Two options. Analyze them and choose.

Imagine these two scenarios:

There was once a country with the largest oil reserves in the world, where infrastructure, the health system, the entertainment world, the education, among others, was number 1 in its continent. Immigrants from throughout the world—Germans, Spanish, Italians, Lebanese, Dominicans, Haitians, Cubans, Bulgarians, Greeks, Syrians, Turkish, Chinese, Indians, Americans, French, Jews, Muslims, Catholics, Orthodox Christians—arrived to this country in hopes for a better future and to take advantage of the stable system and benefits that the country offered. The country flourished economically, and not only depended on its oil market but created generations of professionals that pushed the country forward. Modern infrastructure became an inspiration for other regional countries at the time, and the country became a beacon of hope and a brighter futures for everyone. Celebrities from the continent arrived to this country to launch their careers and become stars. People escaping dictatorship from other regional countries were received with opens arms and allowed to stay. Pushing yourself forward was everyone’s motto, and regardless of how hard certain situations where, where the government was controlled by two parties and corruption occurred, the country continued to prosper.

Now, imagine another country where rampant crime exists, where mothers have to worry about their children being killed in the streets. Where you cannot take out your cellphone in a street because you are worried that you will get shot or kidnapped. Where you have no freedom of speech because the government will persecute you. Where you have no freedom of choice, where you have no access to basic goods, water shortages, medicine shortages, electric shortages—a humanitarian crisis. Where infrastructure and cities decay, becoming lost in time. Where the government persecutes any that are against them, resorting to manipulating elections to benefit themselves. Where you are shot by the military simply for protesting and asking for better life conditions. Where the government is involved in drug trafficking. Where your salary is devalued by the week—your daily salary is worth a bag of chips, and in a few months, your salary is not even worth a bottle of water. Where millions of professionals that were once ranked number one in the world are now escaping the country, crossing borders, in order to clean public toilets, sell cheap drinks in a street, or become prostitutes.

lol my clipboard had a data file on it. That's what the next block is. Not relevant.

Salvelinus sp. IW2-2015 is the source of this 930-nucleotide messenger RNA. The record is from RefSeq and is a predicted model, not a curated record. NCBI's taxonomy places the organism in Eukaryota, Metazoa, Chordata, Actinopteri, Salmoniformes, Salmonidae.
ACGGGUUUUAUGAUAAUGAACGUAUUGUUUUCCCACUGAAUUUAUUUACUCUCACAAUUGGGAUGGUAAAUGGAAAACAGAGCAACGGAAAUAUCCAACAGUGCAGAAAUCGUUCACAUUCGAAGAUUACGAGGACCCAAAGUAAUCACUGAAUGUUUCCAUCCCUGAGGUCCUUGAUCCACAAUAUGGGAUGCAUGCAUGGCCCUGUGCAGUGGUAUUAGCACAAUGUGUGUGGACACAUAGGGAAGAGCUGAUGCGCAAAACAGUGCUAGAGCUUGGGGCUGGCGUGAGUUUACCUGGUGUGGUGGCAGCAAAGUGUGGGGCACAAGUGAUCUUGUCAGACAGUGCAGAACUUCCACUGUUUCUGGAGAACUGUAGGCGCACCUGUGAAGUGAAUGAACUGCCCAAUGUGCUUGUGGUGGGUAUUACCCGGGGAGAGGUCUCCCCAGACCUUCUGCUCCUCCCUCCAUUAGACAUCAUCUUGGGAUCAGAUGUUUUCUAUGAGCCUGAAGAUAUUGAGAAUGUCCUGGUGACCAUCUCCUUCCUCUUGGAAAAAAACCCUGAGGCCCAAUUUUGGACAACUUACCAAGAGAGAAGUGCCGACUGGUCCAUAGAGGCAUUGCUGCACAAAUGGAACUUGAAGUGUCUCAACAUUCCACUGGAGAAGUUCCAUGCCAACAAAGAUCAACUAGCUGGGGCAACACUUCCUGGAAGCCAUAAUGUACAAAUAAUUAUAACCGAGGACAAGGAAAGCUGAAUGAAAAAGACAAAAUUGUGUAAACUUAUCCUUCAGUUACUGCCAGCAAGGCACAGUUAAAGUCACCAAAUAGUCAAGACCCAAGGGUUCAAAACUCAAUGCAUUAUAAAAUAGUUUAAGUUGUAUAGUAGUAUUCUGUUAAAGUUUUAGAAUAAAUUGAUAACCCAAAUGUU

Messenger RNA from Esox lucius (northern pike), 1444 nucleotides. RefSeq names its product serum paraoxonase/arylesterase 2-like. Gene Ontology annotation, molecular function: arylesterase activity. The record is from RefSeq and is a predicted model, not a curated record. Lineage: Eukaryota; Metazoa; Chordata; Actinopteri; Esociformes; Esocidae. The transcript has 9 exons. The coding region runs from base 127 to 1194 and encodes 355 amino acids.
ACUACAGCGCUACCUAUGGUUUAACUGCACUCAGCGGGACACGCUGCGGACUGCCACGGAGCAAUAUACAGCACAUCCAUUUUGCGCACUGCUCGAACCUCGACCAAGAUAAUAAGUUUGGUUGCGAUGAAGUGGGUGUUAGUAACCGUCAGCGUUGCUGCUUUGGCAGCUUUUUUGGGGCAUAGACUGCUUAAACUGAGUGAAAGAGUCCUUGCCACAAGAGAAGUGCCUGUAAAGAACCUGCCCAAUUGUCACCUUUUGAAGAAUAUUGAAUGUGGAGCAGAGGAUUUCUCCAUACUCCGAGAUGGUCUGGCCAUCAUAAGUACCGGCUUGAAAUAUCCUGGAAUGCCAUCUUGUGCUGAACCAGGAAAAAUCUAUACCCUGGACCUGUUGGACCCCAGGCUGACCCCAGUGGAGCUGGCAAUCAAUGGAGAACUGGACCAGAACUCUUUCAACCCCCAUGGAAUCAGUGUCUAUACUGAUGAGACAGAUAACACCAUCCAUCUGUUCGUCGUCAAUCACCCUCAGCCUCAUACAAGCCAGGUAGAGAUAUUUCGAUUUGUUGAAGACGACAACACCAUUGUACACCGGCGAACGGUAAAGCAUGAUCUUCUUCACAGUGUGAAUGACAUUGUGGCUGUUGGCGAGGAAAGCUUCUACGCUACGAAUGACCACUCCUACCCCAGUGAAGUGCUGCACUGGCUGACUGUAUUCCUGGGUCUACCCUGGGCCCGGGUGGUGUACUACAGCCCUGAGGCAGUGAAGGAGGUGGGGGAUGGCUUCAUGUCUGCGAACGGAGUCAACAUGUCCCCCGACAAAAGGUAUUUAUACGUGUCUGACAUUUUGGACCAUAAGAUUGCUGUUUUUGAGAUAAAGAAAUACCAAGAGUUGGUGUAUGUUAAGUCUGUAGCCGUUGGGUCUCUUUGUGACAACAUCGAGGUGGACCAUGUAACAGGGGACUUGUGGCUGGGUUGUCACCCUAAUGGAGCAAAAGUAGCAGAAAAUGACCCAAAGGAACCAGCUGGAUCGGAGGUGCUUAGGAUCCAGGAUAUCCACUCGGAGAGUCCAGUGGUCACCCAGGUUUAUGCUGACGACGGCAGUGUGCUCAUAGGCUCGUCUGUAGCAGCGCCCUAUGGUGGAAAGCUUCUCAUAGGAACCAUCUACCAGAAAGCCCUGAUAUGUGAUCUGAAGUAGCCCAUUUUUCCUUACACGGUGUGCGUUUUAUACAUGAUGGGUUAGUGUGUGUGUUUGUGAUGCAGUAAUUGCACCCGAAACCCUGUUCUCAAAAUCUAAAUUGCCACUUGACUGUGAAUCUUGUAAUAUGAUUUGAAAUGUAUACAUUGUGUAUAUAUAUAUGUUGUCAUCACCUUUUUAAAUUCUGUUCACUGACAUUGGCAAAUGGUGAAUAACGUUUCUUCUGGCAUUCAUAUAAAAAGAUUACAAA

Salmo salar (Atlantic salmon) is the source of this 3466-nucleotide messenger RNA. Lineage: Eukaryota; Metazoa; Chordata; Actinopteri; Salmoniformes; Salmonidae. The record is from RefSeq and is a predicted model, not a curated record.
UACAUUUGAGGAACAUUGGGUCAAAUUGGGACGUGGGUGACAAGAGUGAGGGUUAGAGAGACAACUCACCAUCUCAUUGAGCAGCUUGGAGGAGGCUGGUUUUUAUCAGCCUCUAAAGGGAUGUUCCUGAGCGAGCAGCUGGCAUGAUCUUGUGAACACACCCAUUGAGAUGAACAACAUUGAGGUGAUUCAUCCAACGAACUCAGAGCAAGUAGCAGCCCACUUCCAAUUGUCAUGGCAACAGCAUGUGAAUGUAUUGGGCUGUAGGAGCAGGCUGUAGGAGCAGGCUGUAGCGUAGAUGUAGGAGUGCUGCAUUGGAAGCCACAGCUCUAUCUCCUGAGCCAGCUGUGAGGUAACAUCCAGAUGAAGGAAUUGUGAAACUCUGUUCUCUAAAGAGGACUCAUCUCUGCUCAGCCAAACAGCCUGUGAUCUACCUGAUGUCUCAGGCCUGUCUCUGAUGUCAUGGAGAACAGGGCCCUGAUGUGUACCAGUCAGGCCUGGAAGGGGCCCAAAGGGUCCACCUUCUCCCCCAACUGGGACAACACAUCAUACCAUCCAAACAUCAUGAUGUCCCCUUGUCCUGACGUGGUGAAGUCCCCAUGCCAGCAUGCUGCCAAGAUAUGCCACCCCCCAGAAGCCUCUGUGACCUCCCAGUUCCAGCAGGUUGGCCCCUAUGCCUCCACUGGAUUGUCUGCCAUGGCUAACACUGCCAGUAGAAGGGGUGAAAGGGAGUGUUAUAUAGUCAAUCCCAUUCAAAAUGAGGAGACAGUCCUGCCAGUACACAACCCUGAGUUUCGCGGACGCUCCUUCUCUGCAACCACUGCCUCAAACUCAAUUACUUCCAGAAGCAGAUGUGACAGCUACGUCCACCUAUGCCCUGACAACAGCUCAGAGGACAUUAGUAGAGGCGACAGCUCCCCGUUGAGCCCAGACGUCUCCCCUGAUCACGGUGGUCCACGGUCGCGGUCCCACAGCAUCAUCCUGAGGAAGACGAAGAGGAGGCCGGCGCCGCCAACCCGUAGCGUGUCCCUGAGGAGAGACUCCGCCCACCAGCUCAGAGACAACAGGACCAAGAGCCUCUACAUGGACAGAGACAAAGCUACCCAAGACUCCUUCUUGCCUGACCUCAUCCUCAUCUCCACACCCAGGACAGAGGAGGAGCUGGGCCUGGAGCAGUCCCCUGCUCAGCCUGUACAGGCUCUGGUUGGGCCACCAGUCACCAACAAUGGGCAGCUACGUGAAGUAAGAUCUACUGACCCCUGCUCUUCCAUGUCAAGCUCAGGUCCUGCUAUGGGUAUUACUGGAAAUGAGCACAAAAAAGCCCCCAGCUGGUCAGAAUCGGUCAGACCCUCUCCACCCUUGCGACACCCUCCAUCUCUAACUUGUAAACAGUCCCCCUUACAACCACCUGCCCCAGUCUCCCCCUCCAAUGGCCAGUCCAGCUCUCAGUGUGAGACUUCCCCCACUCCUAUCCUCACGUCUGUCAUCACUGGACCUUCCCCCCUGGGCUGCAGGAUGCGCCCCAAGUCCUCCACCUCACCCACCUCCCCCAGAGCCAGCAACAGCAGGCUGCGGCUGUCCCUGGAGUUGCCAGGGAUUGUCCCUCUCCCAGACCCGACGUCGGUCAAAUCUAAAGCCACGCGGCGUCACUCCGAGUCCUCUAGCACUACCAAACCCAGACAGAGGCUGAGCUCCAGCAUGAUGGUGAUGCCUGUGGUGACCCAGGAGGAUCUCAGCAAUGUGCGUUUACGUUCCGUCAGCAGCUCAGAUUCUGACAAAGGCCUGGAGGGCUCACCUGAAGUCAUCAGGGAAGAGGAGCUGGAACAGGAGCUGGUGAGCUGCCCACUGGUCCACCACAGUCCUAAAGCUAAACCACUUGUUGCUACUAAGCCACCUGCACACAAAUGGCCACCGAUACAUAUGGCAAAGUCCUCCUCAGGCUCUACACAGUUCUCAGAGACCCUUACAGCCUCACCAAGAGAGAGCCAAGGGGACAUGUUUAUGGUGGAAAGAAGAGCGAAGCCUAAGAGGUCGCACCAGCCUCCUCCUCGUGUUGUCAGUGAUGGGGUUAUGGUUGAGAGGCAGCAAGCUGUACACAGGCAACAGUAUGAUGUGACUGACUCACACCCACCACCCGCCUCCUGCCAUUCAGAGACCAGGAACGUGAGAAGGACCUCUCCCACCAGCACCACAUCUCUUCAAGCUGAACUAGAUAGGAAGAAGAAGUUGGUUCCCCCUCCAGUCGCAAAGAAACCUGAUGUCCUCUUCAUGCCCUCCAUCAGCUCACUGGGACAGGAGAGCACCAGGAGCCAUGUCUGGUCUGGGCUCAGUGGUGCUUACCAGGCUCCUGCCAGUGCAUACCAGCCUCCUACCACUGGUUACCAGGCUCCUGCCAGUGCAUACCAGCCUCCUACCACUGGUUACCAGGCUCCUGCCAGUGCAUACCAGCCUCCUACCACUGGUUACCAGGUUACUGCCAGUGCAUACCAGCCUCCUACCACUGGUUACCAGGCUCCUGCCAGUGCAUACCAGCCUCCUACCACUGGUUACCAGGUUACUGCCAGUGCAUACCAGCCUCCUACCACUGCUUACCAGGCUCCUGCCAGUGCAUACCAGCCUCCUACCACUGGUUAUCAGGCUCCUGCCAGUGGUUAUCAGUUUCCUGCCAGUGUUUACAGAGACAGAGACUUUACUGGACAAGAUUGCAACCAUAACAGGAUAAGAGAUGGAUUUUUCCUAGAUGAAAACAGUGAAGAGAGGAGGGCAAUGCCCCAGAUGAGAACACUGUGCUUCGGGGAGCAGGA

Which one of these two countries would you choose?

What if I told you that these two scenarios describe the same country, not two different ones.

The country described is Venezuela.

The latter paragraph describes the situation in Venezuela post-1999, once Hugo Chavez gained power. Many readers may ask: if the country was originally so great, why did the people vote for Chavez? The answer is simple: when people are desperate and dislike the status-quo, even if the problems are quite minimal and easily resolvable, people resort to extremes.

Many readers may yet again ask: how did the country fall into such a disastrous and extensive demise after the leftist victory of Hugo Chavez? The answer is yet again simple: socialist policies. Once you interfere in markets, allow for complete anarchy to reign the streets, dismantle television networks, take complete control of all branches of government, eliminate private enterprises, this will happen in whichever country. Many people claim that it is not socialism because it was not applied properly and there are so many other factors to consider the disaster. This excuse continues to be used in every Socialist disaster. If there are no countries that have ever been successful implementing it, because factors like what has happened to Venezuela continue to arise, why do people continue to advocate for it?

Now, with an American perspective, think of this: a self-acclaimed Socialist, Bernie Sanders, openly supported various policies that Hugo Chavez implemented, and he supported them using the same rhetoric that Chavez utilized. If you had the choice to choose between maintaining the status quo, or electing someone with hopes that the country will be fixed but risking it fall into demise like Venezuela did, would you take the chance?

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